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Re: Bidi Markup vs Unicode control characters

From: Tex Texin <tex@xencraft.com>
Date: Tue, 02 Aug 2005 14:31:03 -0700
Message-ID: <42EFE617.208B6E3@xencraft.com>
To: Richard Ishida <ishida@w3.org>
CC: 'WWW International' <www-international@w3.org>, Jony Rosenne <rosennej@qsm.co.il>

Hi,

You and Jony both mentioned visibility of the controls. I would expect a
text editor to be able to turn on and off an indicator of such, the same
way indicators for white space (tab, paragraph marks, etc) can be made
visible.

I would like to comment also, that for HTML, TABLE and other elements of
HTML, I do see the need for the DIR attribute. I am not trying to have
the bidi markup deprecated. I am more concerned with straight runs of
text embedded in markup and I don't see why I should give up on WYSIWYG
editing of that to satisfy the recommendation.

Perhaps, the recommendation should be more balanced and indicate a place
for both approaches and not be stipulating one or the other.

The points about inheritance and Frank's remarks on unbalanced controls
should also be taken into account.

I'll have to look up the details of RLM/LRM recommendation.

We should rope into this a discussion the use of the CSS bidi
facilities. Last I looked bidi css were out of favor, but they work very
well for me, and I think its fine to tie markup to language (when I am
not using control codes! ;-) )

Much of the criteria depends on the tools you have a vailable and the
support for bidi and controls display etc.
We might try to identify relevant bidi editors.

tex

Richard Ishida wrote:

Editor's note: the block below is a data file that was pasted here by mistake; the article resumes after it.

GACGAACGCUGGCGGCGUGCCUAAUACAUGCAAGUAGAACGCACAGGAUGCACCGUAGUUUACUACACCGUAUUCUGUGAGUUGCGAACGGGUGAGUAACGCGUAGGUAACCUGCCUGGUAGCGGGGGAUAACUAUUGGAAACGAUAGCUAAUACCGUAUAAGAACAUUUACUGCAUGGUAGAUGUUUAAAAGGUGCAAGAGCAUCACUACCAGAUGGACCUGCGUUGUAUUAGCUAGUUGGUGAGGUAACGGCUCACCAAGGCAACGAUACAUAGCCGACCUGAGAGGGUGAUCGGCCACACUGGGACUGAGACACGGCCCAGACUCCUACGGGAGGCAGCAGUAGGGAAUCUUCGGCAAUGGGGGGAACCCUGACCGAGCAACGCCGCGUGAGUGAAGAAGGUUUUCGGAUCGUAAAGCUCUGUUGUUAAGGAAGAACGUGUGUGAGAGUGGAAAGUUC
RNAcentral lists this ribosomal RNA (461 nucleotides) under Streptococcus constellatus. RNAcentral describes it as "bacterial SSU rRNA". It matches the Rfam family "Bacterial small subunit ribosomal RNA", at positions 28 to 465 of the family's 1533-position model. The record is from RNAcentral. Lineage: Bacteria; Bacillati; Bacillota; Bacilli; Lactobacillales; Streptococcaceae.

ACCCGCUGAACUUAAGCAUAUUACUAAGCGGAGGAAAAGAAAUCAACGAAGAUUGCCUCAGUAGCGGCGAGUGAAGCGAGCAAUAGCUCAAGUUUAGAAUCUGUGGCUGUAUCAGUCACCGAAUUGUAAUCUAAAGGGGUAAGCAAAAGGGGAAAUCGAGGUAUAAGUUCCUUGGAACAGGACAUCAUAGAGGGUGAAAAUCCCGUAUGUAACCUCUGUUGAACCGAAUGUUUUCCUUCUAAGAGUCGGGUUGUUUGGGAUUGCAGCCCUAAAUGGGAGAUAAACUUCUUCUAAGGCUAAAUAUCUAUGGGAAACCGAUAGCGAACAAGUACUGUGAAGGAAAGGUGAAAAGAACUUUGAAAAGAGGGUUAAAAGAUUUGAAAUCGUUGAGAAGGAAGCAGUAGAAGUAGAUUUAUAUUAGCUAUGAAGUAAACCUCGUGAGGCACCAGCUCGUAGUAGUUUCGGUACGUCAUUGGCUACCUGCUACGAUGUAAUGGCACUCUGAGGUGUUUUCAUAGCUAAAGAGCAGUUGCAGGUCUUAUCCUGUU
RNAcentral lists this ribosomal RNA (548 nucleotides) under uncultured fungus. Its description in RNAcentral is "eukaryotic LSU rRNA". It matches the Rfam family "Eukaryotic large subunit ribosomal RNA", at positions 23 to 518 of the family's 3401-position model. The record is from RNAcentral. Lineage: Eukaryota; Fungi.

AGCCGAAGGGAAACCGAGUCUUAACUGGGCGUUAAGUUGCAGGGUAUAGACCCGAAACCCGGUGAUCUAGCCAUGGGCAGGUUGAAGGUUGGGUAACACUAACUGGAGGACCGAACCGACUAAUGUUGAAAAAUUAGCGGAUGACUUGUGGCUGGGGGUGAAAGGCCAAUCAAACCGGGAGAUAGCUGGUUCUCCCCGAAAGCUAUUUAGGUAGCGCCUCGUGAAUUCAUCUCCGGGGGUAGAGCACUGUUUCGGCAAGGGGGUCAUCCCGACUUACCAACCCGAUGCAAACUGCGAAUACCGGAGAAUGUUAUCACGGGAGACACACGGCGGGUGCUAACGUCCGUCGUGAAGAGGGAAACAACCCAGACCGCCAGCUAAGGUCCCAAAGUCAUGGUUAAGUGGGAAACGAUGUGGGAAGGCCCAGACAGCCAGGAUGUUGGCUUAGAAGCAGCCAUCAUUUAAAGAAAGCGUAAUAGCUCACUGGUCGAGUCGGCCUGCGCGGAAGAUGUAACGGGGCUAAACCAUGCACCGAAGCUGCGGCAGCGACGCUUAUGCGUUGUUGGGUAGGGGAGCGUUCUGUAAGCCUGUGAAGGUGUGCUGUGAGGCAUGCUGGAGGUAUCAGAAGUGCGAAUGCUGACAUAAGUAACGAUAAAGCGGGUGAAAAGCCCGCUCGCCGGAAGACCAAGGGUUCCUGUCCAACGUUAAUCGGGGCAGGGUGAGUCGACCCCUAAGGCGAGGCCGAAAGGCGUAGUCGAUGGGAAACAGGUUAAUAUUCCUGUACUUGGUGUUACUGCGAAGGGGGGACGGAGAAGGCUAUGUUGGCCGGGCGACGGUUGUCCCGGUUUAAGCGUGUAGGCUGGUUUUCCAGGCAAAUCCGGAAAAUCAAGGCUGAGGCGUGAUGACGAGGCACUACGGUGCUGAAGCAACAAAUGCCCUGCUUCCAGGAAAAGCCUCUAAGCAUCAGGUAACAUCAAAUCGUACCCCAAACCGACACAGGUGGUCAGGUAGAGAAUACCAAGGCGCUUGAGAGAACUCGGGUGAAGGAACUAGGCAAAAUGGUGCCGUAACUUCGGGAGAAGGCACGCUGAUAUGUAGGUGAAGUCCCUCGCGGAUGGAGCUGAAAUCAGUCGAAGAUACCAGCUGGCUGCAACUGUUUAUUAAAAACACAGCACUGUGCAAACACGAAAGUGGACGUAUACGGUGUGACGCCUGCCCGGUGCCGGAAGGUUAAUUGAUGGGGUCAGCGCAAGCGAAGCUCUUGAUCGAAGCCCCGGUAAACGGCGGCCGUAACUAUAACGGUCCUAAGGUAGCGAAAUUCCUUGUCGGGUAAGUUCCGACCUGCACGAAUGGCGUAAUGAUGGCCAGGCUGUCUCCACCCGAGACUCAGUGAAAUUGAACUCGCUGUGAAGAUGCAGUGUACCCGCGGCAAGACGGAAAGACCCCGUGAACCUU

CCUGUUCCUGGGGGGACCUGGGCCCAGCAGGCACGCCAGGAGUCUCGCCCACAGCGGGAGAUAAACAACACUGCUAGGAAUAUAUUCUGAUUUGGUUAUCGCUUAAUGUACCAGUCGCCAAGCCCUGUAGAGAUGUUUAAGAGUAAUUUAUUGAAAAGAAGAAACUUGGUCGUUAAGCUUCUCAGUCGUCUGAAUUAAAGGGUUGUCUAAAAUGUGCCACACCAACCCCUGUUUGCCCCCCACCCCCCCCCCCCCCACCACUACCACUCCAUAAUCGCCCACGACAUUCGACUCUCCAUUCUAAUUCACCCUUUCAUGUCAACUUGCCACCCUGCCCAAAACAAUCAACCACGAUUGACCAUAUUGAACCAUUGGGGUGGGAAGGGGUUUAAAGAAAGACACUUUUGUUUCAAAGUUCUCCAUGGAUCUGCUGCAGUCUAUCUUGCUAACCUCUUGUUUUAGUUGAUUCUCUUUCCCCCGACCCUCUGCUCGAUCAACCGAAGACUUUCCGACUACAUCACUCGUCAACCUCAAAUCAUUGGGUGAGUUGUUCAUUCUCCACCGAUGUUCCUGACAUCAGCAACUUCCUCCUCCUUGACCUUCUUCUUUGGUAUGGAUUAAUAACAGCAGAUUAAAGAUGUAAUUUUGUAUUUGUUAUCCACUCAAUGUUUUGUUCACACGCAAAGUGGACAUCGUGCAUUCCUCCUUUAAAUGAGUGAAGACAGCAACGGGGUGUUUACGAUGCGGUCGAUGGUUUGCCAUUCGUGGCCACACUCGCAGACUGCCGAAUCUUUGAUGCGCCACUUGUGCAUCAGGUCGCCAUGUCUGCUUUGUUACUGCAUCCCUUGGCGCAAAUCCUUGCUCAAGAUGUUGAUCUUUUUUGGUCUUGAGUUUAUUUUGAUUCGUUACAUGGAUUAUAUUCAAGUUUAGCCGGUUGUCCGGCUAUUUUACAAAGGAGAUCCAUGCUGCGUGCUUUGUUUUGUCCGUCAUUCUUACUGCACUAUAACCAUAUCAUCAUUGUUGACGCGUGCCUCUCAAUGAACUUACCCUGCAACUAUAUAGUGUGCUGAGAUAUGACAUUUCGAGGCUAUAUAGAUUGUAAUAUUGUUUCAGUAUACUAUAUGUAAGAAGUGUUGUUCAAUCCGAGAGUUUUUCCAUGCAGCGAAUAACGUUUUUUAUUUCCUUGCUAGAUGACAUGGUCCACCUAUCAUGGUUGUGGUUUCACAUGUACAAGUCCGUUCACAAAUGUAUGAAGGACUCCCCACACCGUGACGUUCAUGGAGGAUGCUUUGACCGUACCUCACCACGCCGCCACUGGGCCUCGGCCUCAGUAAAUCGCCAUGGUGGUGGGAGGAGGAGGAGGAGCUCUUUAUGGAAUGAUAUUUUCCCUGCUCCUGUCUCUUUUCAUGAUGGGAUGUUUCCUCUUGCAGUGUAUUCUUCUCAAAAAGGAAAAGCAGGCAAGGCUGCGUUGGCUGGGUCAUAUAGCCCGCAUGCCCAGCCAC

> 
> A couple of potential points that spring to mind for now until I have time
> to think this through in more detail:
> 
> [1] We should clarify that the issue here is for the constructs that set
> embedding levels - not the RLM and LRM, where the use of Unicode rather than
> markup is recommended (although these may sometimes be escaped, for
> visibility).
> 
> [2] Will people be able to easily manage the scope and presence/absence of
> such invisible characters easily.
> 
> [3] How do you manage inheritance elegantly using this approach.  There are
> two issues here: a) whether you can replace, say, <html dir="rtl"...> or
> <table dir="rlo"...> effectively with Unicode control characters, and b)
> whether people can tell where these things are easily enough to manage them
> effectively.
> 
> RI
> 
> ============
> Richard Ishida
> W3C
> 
> contact info:
> http://www.w3.org/People/Ishida/
> 
> W3C Internationalization:
> http://www.w3.org/International/
> 
> Publication blog:
> http://people.w3.org/rishida/blog/
> 
> 
> 
> > -----Original Message-----
> > From: www-international-request@w3.org
> > [mailto:www-international-request@w3.org] On Behalf Of Tex Texin
> > Sent: 02 August 2005 12:53
> > To: WWW International
> > Subject: Bidi Markup vs Unicode control characters
> >
> >
> > This has been bothering me for a while and I would like to
> > see if anyone has a better answer as to why we recommend
> > markup over bid controls.
> >
> > The recommendation in HTML 4.0, and also in the joint
> > recommendation of the W3C and Unicode Consortium on Unicode
> > in XML and Markup Languages is that the bidirectional markup
> > is to be preferred over the Unicode control characters.
> >
> > The argument is made in
> > http://www.w3.org/TR/REC-html40/struct/dirlang.html#h-8.2
> > and referenced by http://www.unicode.org/reports/tr20/
> > (section 2+ and 3.1).
> >
> > In particular, HTML 4.0 says:
> > =============
> > Although Unicode specifies special characters that deal with
> > text direction, HTML offers higher-level markup constructs
> > that do the same
> > thing: the dir attribute (do not confuse with the DIR